Was this review helpful?
I enjoyed the author’s 2015 novel, Find Me, but was less enchanted by last year’s The Third Hotel. I requested these stories to give her writing another go. Interestingly, I found it a mixed bag with some writings falling into the suspenseful and taut writing akin to Find Me and others with less cohesion like The Third Hotel. I didn’t really enjoy the whole collection or find it overall satisfying, but there were a few gems in the mix.
Was this review helpful?
When it comes to dark, twisted writing, Laura van den Berg is clearly a master: This book is disturbing and funny, surreal and all-too-real, fearless and terrifying. In eleven short stories, the author illuminates the female experience, highlighting certain aspects and phenomena by giving the texts a surreal edge. While the storylines are often slightly meandering (hello, The Third Hotel), the texts are not build in a traditional manner; rather, they are structured around pivotal incidents and observations that make up the core of the individual stories, and everything else that is happening is grouped around this core. Many themes and motifs appear again and again throughout the whole collection, like doppelgängers, running away/fleeing, killers and their victims, death and loss, toxic masculinity, overpowering natural forces (earthquake, volcano etc.), animals, and family, especially siblings.

The book opens with the sentence: "I want to tell you about the night I got hit by a train and died" - and such well-placed, gripping sentences are an important element of van den Berg's narrative strategy. In the stories, we meet (among others) a woman who, after an earthquake, runs into her beloved brother's ex-wife and learns to accept that he was a perpetrator of domestic violence; there's a young actress who starts a business by offering to impersonate deceased wives for their widowers; a wife is secretly drugged by her husband; a female illustrator paints a surreal ballet troupe comprised of animals behind her furniture (you just have to love this idea!); and a couple confronts the losses of the past while watching their daughter die.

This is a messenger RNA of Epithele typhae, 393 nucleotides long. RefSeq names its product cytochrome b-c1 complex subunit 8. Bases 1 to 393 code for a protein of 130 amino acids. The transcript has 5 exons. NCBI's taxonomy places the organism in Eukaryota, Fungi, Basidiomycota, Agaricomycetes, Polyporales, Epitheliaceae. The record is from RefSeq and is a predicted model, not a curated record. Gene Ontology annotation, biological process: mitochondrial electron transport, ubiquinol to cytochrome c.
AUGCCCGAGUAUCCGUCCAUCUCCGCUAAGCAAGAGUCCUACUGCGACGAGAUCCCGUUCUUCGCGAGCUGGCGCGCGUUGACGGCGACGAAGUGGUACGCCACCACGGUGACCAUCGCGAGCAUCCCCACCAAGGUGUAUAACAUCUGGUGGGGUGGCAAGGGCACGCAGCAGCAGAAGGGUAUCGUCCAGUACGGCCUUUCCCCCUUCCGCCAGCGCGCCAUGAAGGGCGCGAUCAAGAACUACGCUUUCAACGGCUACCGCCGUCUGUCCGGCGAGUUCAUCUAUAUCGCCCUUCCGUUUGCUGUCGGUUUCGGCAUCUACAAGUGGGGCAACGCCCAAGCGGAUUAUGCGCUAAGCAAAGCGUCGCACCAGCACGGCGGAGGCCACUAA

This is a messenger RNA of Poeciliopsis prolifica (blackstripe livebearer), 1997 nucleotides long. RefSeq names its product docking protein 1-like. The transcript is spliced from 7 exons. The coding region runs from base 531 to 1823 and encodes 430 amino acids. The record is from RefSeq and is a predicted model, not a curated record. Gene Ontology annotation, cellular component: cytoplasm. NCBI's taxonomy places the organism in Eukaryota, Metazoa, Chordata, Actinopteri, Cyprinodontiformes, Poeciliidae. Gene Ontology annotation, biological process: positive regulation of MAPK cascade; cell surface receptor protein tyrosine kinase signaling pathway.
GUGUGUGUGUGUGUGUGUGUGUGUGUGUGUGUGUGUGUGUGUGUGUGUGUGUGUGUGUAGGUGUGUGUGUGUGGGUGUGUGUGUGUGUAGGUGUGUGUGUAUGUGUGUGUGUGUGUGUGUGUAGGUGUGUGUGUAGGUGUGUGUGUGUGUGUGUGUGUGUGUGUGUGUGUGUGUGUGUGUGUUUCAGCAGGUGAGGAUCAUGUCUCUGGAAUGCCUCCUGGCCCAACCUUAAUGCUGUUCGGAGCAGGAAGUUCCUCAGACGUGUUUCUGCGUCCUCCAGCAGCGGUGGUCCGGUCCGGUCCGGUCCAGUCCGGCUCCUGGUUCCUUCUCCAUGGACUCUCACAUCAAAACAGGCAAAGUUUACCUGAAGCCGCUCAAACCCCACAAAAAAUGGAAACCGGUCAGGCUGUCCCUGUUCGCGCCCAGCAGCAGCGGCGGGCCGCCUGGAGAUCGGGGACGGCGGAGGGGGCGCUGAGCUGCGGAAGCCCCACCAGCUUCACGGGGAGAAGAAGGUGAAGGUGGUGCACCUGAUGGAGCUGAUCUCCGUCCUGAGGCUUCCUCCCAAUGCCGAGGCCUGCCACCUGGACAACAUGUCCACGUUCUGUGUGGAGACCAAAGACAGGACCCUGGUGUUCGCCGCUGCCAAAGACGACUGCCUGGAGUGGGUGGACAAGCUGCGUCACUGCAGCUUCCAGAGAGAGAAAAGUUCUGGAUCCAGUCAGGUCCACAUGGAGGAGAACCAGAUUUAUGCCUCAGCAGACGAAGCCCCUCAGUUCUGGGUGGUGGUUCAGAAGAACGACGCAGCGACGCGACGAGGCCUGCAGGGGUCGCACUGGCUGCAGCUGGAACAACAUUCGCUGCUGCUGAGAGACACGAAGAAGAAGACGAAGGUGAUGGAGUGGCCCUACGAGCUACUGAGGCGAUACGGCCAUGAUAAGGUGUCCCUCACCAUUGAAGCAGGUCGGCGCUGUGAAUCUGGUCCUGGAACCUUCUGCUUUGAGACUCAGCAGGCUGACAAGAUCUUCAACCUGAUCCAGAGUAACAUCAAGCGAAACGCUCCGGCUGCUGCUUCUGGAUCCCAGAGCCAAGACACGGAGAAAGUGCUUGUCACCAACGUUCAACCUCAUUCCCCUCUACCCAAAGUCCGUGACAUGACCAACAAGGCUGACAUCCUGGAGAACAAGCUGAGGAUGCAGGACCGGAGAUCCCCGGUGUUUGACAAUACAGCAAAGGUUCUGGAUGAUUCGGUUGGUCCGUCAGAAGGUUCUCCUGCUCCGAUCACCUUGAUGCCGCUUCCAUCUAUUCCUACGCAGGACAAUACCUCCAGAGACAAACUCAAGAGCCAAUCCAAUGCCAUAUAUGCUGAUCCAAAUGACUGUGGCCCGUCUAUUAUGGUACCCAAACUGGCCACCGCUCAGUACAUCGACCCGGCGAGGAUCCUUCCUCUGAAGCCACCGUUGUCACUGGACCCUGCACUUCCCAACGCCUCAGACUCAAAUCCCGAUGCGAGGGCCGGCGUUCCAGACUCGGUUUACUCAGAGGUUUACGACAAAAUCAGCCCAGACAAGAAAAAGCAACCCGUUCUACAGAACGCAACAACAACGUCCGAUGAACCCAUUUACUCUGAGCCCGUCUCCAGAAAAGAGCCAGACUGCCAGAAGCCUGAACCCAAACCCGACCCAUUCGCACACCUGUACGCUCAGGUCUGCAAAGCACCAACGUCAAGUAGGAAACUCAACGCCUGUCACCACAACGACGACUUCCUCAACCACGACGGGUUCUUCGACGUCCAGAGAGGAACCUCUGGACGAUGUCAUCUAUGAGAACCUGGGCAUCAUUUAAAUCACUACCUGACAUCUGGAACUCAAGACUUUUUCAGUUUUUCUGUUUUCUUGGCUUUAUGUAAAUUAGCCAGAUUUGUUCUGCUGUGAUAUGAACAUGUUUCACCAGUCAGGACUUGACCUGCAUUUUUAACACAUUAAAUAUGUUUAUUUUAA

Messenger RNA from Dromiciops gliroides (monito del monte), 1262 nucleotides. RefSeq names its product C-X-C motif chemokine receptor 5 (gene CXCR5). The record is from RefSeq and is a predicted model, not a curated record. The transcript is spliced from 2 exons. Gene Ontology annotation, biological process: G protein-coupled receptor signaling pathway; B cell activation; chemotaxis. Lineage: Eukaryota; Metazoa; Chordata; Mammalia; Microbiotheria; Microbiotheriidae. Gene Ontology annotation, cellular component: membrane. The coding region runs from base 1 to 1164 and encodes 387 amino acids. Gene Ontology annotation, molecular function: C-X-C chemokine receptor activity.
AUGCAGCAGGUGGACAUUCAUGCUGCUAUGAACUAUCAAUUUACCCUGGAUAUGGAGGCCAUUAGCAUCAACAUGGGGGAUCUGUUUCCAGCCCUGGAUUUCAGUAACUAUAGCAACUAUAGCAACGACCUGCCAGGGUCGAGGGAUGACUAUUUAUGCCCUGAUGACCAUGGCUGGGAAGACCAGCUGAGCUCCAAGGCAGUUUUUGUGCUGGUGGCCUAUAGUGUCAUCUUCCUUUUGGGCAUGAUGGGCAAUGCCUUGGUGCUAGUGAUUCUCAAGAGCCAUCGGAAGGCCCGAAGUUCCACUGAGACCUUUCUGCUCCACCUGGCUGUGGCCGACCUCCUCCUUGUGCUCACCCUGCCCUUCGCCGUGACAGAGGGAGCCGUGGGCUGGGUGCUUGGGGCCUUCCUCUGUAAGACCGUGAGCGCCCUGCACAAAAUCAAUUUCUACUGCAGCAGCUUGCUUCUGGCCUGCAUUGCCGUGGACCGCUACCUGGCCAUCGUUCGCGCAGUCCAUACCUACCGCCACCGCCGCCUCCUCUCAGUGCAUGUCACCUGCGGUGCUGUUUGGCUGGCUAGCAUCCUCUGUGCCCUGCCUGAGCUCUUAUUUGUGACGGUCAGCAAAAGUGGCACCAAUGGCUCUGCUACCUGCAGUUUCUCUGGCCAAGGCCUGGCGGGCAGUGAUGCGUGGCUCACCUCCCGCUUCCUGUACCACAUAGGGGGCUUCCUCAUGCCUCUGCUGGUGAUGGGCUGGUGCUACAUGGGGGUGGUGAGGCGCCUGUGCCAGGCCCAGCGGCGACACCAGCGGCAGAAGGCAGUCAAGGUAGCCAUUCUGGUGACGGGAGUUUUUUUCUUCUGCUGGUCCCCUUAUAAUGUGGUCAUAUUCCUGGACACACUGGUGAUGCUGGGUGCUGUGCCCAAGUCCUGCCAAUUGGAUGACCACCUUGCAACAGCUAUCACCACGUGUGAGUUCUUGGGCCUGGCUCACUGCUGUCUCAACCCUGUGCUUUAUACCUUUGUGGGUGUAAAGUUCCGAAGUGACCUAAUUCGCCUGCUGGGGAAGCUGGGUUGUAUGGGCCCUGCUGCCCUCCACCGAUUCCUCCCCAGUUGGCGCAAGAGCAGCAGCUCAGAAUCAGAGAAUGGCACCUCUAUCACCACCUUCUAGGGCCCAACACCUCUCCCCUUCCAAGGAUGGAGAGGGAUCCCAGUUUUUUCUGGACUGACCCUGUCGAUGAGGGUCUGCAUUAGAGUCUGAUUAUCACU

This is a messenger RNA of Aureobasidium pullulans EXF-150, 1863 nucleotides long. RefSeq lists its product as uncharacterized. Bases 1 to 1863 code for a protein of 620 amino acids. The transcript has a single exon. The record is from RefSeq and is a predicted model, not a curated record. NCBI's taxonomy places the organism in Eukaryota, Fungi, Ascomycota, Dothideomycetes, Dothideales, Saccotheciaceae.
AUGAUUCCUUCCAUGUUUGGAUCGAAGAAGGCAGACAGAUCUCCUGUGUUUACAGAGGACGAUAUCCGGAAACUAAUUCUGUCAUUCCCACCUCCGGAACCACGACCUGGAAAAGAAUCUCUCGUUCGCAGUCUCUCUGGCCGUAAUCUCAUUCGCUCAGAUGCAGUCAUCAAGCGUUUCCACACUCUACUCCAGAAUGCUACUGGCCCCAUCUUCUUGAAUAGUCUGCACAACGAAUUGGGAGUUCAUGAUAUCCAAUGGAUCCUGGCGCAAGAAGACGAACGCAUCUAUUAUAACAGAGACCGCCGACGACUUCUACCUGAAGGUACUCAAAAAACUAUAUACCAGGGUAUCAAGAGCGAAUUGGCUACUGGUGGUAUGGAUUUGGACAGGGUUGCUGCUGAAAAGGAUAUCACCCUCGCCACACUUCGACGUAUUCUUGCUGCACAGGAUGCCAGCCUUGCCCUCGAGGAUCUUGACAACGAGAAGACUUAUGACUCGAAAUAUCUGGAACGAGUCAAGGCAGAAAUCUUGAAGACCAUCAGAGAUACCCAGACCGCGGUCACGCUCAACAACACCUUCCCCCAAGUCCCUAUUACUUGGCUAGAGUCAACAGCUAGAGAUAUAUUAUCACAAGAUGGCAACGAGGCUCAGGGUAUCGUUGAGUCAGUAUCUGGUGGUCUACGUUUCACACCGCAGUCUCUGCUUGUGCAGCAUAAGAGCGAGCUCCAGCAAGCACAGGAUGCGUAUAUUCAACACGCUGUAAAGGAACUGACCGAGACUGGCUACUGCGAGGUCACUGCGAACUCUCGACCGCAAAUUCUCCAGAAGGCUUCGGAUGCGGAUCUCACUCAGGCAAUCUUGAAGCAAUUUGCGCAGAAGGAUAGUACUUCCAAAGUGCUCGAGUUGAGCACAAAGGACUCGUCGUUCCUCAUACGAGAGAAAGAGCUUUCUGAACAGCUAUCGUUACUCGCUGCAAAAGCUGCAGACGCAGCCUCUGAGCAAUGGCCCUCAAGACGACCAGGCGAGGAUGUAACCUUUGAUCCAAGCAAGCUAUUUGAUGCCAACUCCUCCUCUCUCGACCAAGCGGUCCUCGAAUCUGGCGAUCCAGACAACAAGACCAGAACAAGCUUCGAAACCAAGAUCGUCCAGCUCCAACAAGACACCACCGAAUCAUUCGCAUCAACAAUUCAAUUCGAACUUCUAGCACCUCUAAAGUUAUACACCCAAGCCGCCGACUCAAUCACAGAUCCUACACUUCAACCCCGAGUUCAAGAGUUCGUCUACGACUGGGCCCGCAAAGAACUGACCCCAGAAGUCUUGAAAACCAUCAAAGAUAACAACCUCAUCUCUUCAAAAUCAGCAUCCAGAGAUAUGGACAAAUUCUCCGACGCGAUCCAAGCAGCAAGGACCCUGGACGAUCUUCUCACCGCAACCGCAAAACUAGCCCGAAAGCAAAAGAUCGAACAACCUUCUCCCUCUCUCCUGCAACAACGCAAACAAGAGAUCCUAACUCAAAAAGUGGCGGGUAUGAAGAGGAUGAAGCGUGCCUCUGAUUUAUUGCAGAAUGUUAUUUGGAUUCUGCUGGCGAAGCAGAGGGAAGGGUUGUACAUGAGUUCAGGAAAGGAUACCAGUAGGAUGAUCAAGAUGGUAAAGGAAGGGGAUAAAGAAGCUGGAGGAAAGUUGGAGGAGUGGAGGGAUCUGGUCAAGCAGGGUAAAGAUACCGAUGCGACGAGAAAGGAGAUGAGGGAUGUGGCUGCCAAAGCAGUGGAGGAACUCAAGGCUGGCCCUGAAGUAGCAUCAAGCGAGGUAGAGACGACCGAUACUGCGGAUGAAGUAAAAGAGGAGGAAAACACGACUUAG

Van den Berg takes her readers to all kinds of places, from Florida to Sicily, Spain, Mexico City, as well as - two of my favorite places in the world that generally do not feature enough in literature - to Minneapolis and Reykjavik. But unlike in Lauren Groff's Florida, for example, the sense of place is not defining for the scenes depicted; rather, the characters are caught up in themselves and roam (often foreign) places, drifting through spaces and psychological states, trying to balance inside and outside world.

I have great admiration for van den Berg's daring poetic concept and her sensibilities for all things strange and weird: She never relies on pure effects (unlike The Dominant Animal: Stories, which is marketed similarly and can't compete at all), there is always subtlety and more than one smart thought buried behind under unsettling ideas. Still, I have to admit that I tend to struggle with meandering textual structures and prefer more stringent compositions - but this is not what van den Berg is intending to do here, and I won't hold my personal taste against her. Maybe it would also have been better to not read the whole thing in two days - the stories need more room to breathe, but I am not one to ration books over longer periods of time.

Van den Berg is one of the most interesting writers around, and while I'm probably not her ideal reader, I absolutely recommend checking out her texts.
Was this review helpful?